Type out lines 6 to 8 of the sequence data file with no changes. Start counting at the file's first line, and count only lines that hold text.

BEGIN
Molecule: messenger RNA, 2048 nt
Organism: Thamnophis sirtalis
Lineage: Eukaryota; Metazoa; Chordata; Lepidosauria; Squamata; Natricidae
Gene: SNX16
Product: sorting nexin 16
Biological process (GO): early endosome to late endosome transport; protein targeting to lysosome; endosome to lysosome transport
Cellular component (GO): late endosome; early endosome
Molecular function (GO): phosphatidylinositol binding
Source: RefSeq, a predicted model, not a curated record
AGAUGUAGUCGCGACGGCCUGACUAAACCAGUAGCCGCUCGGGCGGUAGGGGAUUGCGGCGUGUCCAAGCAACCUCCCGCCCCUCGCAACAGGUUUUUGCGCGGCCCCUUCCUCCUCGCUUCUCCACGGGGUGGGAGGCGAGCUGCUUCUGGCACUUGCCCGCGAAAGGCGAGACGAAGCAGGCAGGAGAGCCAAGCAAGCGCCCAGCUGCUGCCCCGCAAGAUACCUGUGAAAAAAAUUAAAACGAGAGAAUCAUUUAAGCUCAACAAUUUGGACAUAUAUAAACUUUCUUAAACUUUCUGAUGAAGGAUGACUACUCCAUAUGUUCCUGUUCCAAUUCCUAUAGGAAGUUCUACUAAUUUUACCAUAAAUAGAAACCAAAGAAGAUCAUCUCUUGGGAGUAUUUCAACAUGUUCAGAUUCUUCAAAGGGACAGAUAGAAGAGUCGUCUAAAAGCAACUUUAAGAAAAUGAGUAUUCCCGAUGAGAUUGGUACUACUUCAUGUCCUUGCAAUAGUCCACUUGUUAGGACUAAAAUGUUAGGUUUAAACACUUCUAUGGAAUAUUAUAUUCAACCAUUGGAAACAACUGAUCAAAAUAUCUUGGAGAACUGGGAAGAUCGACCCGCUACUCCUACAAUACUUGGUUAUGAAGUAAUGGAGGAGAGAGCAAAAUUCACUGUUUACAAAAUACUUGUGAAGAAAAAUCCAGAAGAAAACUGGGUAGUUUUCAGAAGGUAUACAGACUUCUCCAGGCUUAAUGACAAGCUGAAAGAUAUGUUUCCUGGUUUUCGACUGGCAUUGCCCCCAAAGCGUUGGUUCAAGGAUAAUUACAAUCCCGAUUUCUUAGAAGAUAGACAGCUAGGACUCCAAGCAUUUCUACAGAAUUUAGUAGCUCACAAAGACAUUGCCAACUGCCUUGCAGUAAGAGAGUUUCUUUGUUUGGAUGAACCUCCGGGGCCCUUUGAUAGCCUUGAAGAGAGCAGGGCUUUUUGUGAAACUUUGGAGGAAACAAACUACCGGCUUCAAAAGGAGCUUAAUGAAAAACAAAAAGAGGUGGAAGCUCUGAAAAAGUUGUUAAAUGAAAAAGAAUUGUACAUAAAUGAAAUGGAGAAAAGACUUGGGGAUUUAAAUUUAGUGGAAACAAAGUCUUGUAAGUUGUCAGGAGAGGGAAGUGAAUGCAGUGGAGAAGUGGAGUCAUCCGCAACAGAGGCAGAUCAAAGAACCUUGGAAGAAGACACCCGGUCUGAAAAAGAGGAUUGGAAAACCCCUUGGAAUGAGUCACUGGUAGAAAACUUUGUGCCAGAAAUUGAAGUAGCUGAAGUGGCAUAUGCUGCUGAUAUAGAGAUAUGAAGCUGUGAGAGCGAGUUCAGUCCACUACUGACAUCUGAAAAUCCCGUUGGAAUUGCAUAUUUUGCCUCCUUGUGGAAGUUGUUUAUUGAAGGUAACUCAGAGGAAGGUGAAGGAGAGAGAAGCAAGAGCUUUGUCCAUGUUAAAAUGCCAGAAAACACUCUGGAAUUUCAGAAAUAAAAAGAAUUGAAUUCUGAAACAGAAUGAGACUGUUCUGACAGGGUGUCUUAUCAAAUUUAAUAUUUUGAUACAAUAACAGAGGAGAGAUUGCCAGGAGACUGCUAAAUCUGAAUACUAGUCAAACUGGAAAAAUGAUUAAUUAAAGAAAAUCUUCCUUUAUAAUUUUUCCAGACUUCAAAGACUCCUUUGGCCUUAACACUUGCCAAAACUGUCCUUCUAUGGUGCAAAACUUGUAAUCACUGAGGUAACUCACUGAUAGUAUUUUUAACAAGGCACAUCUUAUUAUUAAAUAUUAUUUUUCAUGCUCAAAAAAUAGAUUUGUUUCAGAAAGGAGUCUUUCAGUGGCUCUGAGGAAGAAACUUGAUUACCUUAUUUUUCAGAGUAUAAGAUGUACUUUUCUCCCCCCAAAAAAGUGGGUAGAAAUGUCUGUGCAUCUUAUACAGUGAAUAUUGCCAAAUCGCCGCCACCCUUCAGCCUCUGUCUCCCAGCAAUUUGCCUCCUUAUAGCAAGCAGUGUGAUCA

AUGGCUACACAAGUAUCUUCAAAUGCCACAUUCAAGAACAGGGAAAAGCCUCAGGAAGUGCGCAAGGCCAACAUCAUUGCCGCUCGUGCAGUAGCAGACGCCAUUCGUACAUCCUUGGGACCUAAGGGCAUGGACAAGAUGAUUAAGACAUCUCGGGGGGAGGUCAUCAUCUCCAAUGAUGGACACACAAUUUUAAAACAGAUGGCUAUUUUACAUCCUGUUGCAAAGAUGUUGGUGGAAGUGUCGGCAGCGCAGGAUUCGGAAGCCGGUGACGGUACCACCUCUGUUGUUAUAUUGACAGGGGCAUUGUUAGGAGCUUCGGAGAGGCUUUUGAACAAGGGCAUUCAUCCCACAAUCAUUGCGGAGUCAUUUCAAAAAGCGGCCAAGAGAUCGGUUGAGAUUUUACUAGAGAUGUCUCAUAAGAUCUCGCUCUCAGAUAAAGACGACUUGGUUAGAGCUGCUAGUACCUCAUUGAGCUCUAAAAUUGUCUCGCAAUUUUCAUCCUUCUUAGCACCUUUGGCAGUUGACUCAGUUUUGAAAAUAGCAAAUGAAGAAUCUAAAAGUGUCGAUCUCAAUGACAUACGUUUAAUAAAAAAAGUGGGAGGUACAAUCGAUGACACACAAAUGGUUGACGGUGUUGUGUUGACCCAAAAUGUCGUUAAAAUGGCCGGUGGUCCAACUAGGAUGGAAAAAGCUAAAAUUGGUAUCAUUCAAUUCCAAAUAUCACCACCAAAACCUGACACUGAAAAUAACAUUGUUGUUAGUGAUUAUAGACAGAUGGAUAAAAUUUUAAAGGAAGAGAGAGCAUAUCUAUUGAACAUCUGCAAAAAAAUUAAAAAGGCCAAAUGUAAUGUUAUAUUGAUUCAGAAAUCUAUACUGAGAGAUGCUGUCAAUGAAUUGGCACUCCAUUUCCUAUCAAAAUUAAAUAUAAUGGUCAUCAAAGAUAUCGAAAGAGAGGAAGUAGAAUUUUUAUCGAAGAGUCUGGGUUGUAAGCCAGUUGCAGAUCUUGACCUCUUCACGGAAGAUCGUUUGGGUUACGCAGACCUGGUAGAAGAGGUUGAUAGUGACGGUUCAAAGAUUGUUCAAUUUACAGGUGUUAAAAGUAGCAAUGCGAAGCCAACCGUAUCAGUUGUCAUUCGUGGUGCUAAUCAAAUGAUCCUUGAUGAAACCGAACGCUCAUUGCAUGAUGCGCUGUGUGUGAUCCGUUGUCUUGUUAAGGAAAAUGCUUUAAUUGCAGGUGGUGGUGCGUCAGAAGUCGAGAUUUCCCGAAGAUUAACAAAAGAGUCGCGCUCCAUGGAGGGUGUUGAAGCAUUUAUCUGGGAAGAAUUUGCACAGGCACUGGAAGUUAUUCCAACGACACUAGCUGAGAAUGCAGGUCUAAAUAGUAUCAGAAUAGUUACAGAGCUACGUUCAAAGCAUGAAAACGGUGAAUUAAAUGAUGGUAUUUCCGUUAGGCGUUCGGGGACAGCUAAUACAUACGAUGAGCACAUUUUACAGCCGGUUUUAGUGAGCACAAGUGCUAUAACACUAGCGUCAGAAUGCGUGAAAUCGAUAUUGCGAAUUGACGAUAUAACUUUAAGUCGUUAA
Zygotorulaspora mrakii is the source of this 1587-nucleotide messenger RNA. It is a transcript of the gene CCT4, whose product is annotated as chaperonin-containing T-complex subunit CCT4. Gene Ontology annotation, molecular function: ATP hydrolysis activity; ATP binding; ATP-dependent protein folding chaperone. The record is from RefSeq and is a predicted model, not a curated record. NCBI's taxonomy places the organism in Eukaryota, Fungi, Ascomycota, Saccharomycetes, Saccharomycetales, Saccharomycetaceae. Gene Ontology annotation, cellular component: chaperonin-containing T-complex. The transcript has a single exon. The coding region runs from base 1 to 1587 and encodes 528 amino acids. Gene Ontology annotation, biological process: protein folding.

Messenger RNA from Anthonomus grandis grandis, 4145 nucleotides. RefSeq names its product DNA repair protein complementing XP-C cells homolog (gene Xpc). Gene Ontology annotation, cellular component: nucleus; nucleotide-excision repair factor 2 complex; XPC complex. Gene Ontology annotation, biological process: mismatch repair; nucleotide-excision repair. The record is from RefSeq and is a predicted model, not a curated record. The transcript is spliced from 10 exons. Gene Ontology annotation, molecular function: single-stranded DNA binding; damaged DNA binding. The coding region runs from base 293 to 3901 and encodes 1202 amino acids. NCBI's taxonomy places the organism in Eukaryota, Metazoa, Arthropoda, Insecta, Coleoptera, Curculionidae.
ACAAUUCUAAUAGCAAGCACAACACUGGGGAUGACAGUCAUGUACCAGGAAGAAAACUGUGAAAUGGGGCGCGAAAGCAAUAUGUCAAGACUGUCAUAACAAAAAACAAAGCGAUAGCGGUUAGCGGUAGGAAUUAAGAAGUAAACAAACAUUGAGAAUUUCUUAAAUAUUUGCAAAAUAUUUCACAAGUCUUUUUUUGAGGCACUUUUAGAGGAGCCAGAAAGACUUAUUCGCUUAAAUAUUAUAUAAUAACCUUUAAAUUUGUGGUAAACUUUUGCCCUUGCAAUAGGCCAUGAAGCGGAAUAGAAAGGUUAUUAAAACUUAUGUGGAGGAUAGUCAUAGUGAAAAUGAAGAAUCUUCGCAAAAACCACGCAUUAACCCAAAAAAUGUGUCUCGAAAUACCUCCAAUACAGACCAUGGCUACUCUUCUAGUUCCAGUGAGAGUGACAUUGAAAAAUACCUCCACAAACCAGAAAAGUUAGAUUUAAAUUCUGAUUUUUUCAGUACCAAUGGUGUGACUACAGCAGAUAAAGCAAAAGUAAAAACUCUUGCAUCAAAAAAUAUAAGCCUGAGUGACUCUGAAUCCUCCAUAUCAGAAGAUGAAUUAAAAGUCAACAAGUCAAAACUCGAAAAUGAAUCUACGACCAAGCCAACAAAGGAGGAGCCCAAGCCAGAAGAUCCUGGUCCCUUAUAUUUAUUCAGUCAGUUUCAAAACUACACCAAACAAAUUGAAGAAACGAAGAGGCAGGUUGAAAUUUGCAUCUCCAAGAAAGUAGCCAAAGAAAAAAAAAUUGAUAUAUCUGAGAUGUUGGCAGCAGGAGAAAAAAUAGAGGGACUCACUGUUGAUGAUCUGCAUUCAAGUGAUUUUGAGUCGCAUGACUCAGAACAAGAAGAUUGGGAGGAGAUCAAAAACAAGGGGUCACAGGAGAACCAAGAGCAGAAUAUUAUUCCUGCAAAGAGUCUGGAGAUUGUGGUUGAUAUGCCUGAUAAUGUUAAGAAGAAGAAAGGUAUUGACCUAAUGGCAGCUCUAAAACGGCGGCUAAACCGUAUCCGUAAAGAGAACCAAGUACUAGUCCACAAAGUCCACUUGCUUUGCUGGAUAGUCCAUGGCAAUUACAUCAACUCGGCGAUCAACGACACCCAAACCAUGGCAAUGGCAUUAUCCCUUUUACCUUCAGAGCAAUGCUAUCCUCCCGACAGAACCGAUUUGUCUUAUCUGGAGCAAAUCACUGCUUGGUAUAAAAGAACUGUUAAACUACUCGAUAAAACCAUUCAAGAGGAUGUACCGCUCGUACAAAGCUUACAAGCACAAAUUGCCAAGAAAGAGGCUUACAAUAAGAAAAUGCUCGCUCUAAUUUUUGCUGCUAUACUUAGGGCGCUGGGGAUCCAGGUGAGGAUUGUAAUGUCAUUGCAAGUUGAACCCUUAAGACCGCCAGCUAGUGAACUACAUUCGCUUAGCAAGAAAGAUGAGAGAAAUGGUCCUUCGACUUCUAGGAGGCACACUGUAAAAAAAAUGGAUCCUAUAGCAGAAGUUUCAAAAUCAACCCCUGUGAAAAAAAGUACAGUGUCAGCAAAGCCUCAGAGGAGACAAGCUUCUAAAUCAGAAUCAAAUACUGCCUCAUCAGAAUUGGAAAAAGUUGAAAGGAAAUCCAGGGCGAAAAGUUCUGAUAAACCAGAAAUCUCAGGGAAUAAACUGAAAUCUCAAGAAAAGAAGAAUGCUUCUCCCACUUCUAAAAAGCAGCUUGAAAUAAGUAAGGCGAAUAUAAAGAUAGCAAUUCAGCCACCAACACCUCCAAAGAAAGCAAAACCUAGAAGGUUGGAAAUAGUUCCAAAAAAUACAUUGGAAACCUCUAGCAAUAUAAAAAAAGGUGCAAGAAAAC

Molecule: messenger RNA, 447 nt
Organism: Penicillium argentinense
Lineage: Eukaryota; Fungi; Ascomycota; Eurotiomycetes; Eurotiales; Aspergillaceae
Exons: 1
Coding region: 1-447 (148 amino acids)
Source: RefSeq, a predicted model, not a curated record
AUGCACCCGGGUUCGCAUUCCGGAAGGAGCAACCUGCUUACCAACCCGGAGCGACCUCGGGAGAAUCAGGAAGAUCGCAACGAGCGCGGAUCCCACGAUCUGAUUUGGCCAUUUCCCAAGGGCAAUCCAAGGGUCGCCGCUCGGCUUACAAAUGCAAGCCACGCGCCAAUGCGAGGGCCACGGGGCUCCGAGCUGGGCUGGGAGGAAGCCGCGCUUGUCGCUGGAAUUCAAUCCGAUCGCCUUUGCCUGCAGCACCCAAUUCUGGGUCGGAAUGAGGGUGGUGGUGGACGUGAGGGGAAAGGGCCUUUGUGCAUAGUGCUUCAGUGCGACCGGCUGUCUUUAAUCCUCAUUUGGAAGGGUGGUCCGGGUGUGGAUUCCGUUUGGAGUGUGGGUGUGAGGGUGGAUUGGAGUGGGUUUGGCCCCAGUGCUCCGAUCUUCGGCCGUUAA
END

Biological process (GO): early endosome to late endosome transport; protein targeting to lysosome; endosome to lysosome transport
Cellular component (GO): late endosome; early endosome
Molecular function (GO): phosphatidylinositol binding